“Governor Scott’s veto represents not only a failure to recognize the urgency of climate action but also a missed opportunity to harness the economic, job-creating potential of moving off of fossil fuels and toward a clean energy economy,” Said VBSR’s Public Policy Manager, Jordan Giaconia. “Like any business building for the future, Vermont needs a strategic, equitable plan to reduce climate pollution and a framework of accountability to make sure we stick to it. The Global Warming Solutions Act would provide just that and we have no time to waste in bringing it to fruition. We urge the legislature to honor their continued commitment to a green, prosperous Vermont and override this veto.”
“While the World Health Organization and the Center for Disease Control warn us about the unprecedented public health risks of our warming planet, Governor Scott refuses to see what is coming at us,” said Dan Quinlan, director of the Vermont Climate and Health Alliance. “Governor Scott’s veto of H.688 today is an egregious repudiation of science and common sense. I urge lawmakers to move swiftly to override this shortsighted veto and ensure this bill becomes law. The cost of climate change for Vermonters, both in dollars and to the health of our children is skyrocketing with each passing year. We are running out of time.”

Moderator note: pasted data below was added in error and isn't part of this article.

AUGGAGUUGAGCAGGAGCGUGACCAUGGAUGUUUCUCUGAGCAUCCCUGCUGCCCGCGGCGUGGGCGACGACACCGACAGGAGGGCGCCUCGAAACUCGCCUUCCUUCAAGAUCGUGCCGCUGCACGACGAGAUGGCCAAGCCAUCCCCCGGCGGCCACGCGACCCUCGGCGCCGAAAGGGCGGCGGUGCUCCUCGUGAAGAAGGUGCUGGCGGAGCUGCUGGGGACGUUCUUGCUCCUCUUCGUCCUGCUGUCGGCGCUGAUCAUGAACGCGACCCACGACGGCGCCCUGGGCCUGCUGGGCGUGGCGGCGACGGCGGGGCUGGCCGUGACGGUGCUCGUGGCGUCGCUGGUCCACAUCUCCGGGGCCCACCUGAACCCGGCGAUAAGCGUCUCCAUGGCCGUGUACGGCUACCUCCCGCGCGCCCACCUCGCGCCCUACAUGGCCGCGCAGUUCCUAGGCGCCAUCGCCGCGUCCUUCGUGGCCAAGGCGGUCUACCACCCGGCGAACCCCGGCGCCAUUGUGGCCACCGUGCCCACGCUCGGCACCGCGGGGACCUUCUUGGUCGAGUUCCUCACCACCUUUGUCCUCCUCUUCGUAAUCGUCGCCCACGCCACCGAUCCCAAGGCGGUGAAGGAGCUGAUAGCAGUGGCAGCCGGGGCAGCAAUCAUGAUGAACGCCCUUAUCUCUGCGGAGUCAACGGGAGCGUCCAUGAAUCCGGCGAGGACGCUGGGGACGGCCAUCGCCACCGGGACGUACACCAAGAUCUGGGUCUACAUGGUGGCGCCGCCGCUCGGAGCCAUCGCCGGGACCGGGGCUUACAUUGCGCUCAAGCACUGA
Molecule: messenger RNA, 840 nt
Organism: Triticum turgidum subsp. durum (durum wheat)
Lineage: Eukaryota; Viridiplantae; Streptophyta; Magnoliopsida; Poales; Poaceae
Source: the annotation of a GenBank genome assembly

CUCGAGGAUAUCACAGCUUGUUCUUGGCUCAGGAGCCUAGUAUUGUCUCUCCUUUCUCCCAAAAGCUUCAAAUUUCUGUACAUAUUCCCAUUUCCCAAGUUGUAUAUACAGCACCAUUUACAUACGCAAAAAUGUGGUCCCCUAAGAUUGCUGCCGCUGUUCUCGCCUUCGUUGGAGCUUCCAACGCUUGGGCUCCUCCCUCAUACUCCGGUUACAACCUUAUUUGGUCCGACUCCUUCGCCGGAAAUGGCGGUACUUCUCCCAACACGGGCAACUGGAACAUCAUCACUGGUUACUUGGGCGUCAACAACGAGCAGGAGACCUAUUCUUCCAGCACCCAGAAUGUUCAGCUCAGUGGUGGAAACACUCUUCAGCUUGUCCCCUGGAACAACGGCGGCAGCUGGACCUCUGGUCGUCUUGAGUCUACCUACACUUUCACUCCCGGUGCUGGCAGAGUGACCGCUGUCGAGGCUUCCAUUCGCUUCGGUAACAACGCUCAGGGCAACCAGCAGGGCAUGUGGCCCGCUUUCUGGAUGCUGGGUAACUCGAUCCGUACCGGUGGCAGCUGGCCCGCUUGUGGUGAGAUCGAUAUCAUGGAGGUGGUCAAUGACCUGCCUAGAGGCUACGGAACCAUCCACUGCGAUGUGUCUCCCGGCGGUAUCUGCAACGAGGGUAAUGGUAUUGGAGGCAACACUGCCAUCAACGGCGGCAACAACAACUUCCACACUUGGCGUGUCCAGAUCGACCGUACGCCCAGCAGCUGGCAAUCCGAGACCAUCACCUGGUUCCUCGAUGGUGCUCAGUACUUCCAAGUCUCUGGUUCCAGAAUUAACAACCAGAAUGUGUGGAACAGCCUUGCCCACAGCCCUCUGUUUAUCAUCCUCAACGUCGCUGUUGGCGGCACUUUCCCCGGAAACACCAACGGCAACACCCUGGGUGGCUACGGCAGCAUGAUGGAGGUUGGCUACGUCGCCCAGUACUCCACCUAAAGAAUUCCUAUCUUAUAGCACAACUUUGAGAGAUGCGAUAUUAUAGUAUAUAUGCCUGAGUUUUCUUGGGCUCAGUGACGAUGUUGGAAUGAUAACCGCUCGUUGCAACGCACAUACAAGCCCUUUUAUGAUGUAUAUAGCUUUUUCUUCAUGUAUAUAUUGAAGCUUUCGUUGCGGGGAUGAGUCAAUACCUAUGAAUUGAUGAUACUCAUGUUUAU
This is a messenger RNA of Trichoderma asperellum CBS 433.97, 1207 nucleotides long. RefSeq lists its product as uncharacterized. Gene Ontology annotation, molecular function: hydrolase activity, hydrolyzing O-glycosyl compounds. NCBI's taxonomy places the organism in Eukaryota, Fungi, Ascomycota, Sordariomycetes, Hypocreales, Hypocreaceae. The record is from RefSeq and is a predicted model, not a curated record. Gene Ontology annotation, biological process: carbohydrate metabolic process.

“This is ridiculous. Either Governor Scott intends to hit the climate targets he voted for as a State Senator and repeatedly stated he supports as Governor, or he doesn’t,” said Ben Edgerly Walsh, climate and energy program director for VPIRG. “Today’s veto of the Solutions Act makes it abundantly clear that Gov Scott has no intention of walking the walk when it comes to the climate crisis.”
“The climate crisis is a man-made disaster that we must boldly respond to secure any meaningful future for our state,” said Kiah Morris, Movement Politics Director, Rights, and Democracy Vermont. “Universally, the people most impacted by the effects of our climate crisis are those from our most marginalized communities who contribute the least to its continuance. Vetoing this widely-supported and necessary bill sends a clear message to many Vermonters that their lives are transactional and disposable. It is unconscionable to act in a manner that continues to prioritize profits over people and the planet at this crucial moment. We look to the Governor to do the right thing for all of our sakes.”
“It’s disheartening to see in a time when the entire planet is coming together to fight climate change and a global health pandemic, Governor Scott’s choice is to follow the lead of Donald Trump by vetoing a policy that would ensure Vermont meets its climate goals and protects our economy,” said Robb Kidd, Sierra Club Vermont Conservation Program Manager. “We expect better from our elected officials in Vermont.”
Experts are available for further comment.